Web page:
Article III, subdivision 1, of this Agreement (p. 2691) provides:
'No prohibition or restriction of any kind shall be imposed by the Government of the United States of America or the Government of the Republic of Paraguay on the importation, sale, distribution or use of any article the growth, produce or manufacture of the other country, or on the exportation of any article destined for the territory of the other country, unless the importation, sale, distribution or use of the like article the growth, produce or manufacture of all third countries, or the exportation of the like article to all third countries, respectively, is similarly prohibited or restricted.'
Article XII of this Agreement (61 Stat., Part 3, p. 2700) provides:
'1. If, as a result of unforeseen developments and of the concession granted on any article enumerated and described in the Schedules annexed to this Agreement, such article is being imported in such increased quantities and under such conditions as to cause or threaten serious injury to domestic producers of like or similar articles, the Government of either country shall be free to withdraw the concession, in whole or in part, or to modify it to the extent and for such time as may be necessary to prevent such injury. Accordingly, if the President of the United States of America finds as a fact that imports of any article enumerated and described in Schedule II are entering the United States of America under the circumstances specified in the preceding sentence, he shall determine whether the withdrawal, in whole or in part, of the concession with regard to the article, or any modification of the concession, by the imposition of quantitative regulations or otherwise, is necessary to prevent such injury, and he shall, if he finds that the public interest will be served thereby, proclaim such finding and determination, and on and after the effective date specified in such proclamation, and so long as such proclamation remains in effect, imports of the article into the United States of America shall be subject to the customs treatment so determined to be necessary to prevent such injury. Similarly, if the Government of the Republic of Paraguay finds as a fact that any article enumerated and described in Schedule I is being imported into the Republic of Paraguay under the circumstances specified, it may, if it finds that the public interest will be served thereby, withdraw in whole or in part the concession with regard to the article, or modify the concession by the imposition of quantitative regulations or otherwise, to the extent and for such time as may be necessary to prevent such injury.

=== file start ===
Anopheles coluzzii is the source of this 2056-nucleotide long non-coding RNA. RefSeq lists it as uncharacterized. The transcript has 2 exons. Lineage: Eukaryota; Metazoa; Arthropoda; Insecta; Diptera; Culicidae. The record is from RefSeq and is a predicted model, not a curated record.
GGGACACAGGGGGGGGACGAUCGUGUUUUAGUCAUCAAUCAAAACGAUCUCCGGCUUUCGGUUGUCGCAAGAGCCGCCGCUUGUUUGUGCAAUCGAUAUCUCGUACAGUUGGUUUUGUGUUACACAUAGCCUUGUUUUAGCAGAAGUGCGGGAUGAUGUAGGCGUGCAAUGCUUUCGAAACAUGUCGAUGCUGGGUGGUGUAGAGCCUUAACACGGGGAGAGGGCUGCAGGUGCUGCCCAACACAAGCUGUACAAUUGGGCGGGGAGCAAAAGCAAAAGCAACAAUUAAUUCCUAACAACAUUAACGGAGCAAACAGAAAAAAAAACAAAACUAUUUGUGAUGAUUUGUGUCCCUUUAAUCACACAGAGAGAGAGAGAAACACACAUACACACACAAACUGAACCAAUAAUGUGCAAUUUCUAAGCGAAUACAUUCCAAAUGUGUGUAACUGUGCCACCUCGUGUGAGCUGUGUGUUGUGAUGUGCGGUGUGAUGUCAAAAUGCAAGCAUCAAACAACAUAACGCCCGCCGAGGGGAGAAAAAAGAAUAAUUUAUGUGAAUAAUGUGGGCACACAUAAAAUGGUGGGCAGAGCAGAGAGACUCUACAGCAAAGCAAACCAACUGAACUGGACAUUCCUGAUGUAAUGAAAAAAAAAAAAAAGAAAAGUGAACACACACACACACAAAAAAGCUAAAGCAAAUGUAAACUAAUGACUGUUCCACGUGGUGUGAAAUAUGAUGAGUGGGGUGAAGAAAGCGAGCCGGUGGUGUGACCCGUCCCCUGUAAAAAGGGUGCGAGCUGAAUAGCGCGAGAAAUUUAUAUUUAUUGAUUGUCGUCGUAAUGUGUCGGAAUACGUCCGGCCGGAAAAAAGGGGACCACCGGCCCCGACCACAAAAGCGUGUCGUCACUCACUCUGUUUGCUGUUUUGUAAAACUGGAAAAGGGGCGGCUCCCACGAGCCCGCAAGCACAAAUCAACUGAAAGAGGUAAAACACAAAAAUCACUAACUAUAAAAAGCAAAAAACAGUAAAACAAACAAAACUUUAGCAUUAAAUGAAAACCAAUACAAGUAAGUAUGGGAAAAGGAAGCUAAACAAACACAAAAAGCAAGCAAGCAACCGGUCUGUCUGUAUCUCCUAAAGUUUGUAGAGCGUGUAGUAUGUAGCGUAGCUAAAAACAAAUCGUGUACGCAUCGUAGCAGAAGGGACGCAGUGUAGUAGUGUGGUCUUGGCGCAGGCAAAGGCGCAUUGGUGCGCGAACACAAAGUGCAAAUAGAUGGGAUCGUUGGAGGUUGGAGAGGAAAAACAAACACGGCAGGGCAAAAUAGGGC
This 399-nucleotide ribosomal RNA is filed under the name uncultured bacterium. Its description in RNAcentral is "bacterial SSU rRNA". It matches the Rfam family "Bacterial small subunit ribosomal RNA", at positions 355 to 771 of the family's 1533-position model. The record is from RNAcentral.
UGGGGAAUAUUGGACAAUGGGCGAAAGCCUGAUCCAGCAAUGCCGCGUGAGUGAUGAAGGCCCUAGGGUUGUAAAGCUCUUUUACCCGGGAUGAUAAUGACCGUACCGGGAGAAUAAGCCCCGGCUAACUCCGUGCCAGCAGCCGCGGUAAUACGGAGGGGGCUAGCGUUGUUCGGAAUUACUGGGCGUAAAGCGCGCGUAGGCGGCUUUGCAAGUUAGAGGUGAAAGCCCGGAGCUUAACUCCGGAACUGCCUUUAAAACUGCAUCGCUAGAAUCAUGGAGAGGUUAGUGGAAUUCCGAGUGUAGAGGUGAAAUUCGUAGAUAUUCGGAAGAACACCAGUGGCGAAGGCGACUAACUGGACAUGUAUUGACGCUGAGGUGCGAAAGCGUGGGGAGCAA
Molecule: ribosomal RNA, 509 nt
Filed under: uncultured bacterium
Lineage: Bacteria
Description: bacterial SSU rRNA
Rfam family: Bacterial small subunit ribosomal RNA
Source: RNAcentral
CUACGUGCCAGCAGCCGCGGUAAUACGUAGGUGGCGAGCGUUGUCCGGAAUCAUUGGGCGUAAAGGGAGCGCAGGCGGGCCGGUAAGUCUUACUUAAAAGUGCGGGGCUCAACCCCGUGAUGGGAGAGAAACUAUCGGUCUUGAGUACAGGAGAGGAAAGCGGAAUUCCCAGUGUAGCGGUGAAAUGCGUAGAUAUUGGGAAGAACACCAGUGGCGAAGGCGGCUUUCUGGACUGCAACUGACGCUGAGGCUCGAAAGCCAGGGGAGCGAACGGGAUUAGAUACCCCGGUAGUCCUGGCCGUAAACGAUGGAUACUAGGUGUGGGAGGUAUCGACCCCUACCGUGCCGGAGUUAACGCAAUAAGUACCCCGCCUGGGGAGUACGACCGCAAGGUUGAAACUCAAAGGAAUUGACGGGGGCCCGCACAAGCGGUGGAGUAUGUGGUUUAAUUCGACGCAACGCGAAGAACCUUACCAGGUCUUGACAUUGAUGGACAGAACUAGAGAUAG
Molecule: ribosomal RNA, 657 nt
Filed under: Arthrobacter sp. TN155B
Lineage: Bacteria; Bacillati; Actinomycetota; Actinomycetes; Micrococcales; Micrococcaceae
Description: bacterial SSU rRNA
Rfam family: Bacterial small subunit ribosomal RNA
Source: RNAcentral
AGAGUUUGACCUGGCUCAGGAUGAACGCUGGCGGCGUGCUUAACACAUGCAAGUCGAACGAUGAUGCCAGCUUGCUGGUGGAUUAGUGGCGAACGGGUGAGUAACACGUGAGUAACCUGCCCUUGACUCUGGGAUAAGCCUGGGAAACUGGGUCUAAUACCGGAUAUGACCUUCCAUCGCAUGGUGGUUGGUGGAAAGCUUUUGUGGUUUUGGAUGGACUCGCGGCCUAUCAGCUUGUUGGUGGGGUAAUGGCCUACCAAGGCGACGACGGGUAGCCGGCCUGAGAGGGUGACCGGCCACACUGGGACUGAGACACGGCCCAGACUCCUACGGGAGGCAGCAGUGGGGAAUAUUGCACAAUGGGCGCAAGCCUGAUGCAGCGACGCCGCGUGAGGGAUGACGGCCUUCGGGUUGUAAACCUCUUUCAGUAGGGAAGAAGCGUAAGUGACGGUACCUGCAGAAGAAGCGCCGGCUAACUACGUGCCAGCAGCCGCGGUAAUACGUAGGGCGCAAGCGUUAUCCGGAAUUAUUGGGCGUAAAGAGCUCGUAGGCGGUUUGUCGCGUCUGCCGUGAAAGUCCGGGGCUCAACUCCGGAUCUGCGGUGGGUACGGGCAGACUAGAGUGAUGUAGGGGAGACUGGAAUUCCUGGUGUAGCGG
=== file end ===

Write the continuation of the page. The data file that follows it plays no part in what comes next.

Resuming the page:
'2. Before the Government of either country shall withdraw or modify a concession pursuant to the provisions of paragraph 1 of this Article, it shall give notice in writing to the Government of the other country as far in advance as may be practicable and shall afford such other Government an opportunity to consult with it in respect of the proposed action; and if agreement with respect thereto is not reached the Government which proposes to take such action shall, nevertheless, be free to do so and the other Government shall be free within thirty days after such action is taken to terminate this Agreement in whole or in part on thirty days' written notice.'
This Agreement was entered into by the President pursuant to authority contained in Title 19 U.S.C.A. § 1351, commonly known as the International Trade Agreement Extension Act.
On October 30, 1947, a number of nations, including the United States, entered into a General Agreement on Tariffs and Trade, commonly known as GATT (61 Stat., Part 5, pp. A3, A7 et seq.). Article XIII, ...